First of all let me apologise for the petulant outburst at all things blogger yesterday. The constant efforts at trying to improve the j’accuse (and other blog) layout led me to a particularly nasty nervous breakdown last night. I promise to be calmer in my approach in the future.
Now to the government. It’s great days ahead for Gonzi’s group as the Local Council elections (which nobody cares about but everybody talks about) approach. The announcement of Malta’s formal application to join Eurozone came with the usual pomp and circumstance. The EU will be examining Malta’s application and whether the country’s performance falls within the convergence criteria. All’s well and good.
And while PM Gonzi was busy hobnobbing with Joaquin Almunia (Economic and Monetary Affairs Commissioner) his man for Environmental Affairs was busy telling everybody that the EU’s system of enforcement is a bit like the Jesuits discipline at SAC. You can try to get away with ignoring it because sometimes it takes oh such a long time to get going. The problem is that like the jesuit, it will catch up with you one day or another and inflict the most heavy of punishments you ever thought possible!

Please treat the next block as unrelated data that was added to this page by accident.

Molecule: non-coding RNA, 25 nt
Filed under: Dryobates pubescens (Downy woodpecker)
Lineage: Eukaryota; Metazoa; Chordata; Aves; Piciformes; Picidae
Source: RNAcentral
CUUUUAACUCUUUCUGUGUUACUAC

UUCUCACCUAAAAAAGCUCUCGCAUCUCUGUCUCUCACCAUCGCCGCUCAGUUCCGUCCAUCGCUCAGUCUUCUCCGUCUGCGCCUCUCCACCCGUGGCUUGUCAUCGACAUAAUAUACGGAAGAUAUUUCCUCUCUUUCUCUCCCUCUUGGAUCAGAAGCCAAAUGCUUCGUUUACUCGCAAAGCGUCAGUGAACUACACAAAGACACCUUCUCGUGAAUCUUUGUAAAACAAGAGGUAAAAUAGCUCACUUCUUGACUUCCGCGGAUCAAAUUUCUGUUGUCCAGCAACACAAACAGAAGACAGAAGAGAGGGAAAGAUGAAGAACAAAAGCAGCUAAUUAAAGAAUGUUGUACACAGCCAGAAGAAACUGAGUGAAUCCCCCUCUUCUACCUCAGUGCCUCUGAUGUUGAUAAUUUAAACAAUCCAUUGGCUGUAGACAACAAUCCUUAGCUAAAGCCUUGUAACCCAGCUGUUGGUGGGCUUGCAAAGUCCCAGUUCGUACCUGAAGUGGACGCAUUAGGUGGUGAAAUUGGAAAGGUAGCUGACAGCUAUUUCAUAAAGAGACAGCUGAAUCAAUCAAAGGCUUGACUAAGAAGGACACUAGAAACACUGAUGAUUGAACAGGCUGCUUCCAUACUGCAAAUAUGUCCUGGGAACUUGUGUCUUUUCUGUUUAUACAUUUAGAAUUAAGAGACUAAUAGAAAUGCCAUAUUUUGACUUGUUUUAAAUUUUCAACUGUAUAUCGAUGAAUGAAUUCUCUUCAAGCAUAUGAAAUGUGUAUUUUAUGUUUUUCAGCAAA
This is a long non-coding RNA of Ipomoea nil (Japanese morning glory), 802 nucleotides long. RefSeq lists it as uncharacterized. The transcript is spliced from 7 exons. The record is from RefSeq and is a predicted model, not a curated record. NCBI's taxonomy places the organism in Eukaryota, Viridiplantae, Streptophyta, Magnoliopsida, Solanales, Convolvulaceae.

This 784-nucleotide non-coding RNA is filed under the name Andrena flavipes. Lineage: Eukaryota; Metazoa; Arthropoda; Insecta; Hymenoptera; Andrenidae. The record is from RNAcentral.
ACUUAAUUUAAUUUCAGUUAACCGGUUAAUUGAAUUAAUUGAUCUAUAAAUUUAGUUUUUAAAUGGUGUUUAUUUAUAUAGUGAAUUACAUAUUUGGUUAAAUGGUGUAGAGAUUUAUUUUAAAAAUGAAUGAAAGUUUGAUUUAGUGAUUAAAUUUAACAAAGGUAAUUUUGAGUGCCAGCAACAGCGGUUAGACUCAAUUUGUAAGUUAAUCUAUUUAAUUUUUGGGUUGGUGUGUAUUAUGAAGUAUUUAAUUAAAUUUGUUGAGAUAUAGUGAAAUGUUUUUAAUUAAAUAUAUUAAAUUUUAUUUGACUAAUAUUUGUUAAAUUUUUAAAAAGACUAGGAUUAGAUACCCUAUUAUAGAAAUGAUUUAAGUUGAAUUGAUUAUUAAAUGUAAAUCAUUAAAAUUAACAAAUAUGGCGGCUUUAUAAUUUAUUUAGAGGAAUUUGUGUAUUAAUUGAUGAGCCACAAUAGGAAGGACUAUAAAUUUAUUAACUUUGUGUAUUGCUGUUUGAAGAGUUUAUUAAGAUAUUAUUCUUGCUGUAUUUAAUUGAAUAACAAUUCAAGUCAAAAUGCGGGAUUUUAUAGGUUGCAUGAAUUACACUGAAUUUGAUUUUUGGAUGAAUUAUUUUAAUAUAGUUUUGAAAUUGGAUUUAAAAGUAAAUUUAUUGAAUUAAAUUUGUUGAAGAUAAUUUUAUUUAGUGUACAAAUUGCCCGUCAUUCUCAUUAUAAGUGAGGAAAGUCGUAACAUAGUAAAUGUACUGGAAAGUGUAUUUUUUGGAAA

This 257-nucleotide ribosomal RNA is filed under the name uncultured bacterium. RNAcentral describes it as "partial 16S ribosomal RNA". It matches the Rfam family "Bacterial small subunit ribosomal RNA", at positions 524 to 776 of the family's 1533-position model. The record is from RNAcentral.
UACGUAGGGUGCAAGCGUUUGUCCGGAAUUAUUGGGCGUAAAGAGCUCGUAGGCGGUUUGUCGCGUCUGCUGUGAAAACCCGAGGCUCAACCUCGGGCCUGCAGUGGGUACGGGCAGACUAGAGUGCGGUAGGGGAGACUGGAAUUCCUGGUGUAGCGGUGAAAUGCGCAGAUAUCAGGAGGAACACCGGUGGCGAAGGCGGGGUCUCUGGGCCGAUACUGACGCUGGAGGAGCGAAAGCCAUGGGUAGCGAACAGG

Today we read that the Commission is not very happy with Malta’s decision to ignore the Directive concerned for the fourth year running. It has reminded all of us that there is a procedure that has been running against Malta since June 2006 and that this latest move with regard to Spring Hunting does not improve Malta’s situation much.
All will depend on the ECJ’s interpretation of the derogation given to Malta. In the end it is all about deciding whether there is an alternative to spring hunting – like autumn hunting. Once that is over and done with it will be time for George to go back to the hunters and birdwatchers and explain that this latest interpretation (whatever it is) is the law. More importantly it will be time for Maltese politicians to explain to the general populace that the EU is not exactly a pick’n’mix establishment. You cannot have the euro, the subsidies and flout EU law at the same time. Nope sir. Ich don’t think so… as Baron Cohen’s latest character would say.
This thinking does not only apply to the hunters and watchers but also to the traders who are infuriated by parallel importation from Sicily, to former monopolies and subsidised operations and most importantly to governments who should wake up, open their eyes and remember that even their legislative activity must conform with EU law.
More than worrying about joining the euro, cabinet, government and all social players should be waking up to the fact that we joined the EU some time ago now… and thankfully there’s no turning back.
Now that’s a refreshing thought.